CIOs must take ownership of both clinical and operational elements of digital healthcare transformations
Oxford Analytica, in partnership with Accenture Health, spoke to 33 Chief Information Officers across the healthcare sector in seven countries to get their perspective on the future of digital health. We produced four regional reports giving the regional perspective of CIOs in:
- The United Kingdom and Ireland (download report, 6MB)
- Brazil (download report, 2MB)
- Saudi Arabia (download report, 2MB)
- Norway, Sweden and Finland (download report, 2MB)
The overall findings are presented in our executive summary (download PDF, 0.5MB).
The digital health transformation is a major priority for all healthcare CIOs we surveyed, and feeds into three key objectives that enhance both business performance and health outcomes: reduced costs, increased patient engagement, and improved patient experience.
While these goals seem to be shared across the management board, what is very pertinent is the fact that CIOs’ approaches to these priorities are strongly contingent upon their role emphases – in other words, how they view themselves, and how they are viewed by other stakeholders on the management board. The CIOs we spoke to sit on a spectrum, based primarily on their individual skillsets, roles and mandates within their organisations:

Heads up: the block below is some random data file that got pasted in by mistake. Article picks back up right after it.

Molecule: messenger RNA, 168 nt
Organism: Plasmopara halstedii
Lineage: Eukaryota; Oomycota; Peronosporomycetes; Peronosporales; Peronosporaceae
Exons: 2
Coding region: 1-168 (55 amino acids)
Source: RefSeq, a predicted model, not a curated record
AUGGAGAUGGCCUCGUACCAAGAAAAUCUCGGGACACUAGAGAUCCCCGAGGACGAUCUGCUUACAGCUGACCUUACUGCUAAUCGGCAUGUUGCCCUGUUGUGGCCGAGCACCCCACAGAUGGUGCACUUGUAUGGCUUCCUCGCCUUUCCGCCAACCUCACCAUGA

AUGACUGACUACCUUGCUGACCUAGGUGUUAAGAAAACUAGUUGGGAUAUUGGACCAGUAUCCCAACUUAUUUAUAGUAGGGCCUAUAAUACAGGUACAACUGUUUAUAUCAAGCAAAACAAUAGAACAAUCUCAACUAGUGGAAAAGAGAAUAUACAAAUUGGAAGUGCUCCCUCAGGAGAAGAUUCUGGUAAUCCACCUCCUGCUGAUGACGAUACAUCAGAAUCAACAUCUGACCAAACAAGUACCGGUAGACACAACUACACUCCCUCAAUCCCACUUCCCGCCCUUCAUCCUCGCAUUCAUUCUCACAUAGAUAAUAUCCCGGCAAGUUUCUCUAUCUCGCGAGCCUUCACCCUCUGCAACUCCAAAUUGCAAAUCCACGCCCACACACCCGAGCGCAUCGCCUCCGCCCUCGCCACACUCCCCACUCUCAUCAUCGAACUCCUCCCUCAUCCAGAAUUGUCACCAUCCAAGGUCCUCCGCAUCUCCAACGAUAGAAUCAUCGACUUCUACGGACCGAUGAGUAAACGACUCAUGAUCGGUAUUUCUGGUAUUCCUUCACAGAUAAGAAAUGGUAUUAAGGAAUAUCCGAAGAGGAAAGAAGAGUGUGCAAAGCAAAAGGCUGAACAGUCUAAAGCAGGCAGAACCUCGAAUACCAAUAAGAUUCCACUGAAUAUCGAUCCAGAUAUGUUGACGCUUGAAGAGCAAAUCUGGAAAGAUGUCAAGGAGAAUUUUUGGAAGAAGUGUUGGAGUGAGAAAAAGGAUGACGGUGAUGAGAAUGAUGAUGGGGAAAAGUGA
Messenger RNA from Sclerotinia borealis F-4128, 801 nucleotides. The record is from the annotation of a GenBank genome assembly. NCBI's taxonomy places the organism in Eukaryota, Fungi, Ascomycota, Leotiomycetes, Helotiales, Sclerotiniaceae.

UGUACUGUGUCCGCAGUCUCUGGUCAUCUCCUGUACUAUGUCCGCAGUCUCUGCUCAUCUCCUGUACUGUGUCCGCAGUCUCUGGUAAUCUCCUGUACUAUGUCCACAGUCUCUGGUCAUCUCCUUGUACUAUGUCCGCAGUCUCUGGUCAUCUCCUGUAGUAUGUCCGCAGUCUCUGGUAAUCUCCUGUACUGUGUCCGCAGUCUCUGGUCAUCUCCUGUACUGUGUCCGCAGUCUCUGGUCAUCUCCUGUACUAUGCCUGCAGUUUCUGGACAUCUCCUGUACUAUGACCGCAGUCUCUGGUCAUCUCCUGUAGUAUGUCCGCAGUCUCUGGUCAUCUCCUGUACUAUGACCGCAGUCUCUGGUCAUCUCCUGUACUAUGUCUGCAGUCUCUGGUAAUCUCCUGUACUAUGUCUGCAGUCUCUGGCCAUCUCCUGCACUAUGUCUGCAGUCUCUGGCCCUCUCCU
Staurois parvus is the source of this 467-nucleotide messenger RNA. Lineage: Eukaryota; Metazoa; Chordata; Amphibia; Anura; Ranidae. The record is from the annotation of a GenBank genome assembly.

- At the one end are executive CIOs – the visionaries of digital transformation who see themselves as change managers and innovators first, and technologists second.
- At the other are operational CIOs who are less concerned with the end-goal of digital transformation, but focus on delivery of digital solutions with a given array of resources. More caretakers than visionaries, they focus on operational excellence within their domains but don’t look far beyond that.
CIOs need to become the designers and architects of today’s and tomorrow’s digital health solutions, and the evangelists of change for their organisations. Demands on CIOs are increasing. To drive and manage the demands of digital healthcare transformation properly, they must take ownership of, and account for, both clinical and operational considerations.
We interviewed CIOs in each of four regions: the UK and Ireland, Brazil, Saudi Arabia, and the Nordic countries (Norway, Sweden and Finland). The interviews sought to prove or disprove three main hypotheses:
- CIOs need to transform their organisations to meet consumers’ growing demands, and to leverage digital technology to lower operational costs;
- CIOs need to get stakeholders, and especially doctors, on board for digital health, in order to succeed; and
- CIOs need to take on a new role, adopt new skills and get resources to lead a successful digital health transformation.
The key findings were then collated into four reports, each covering one region.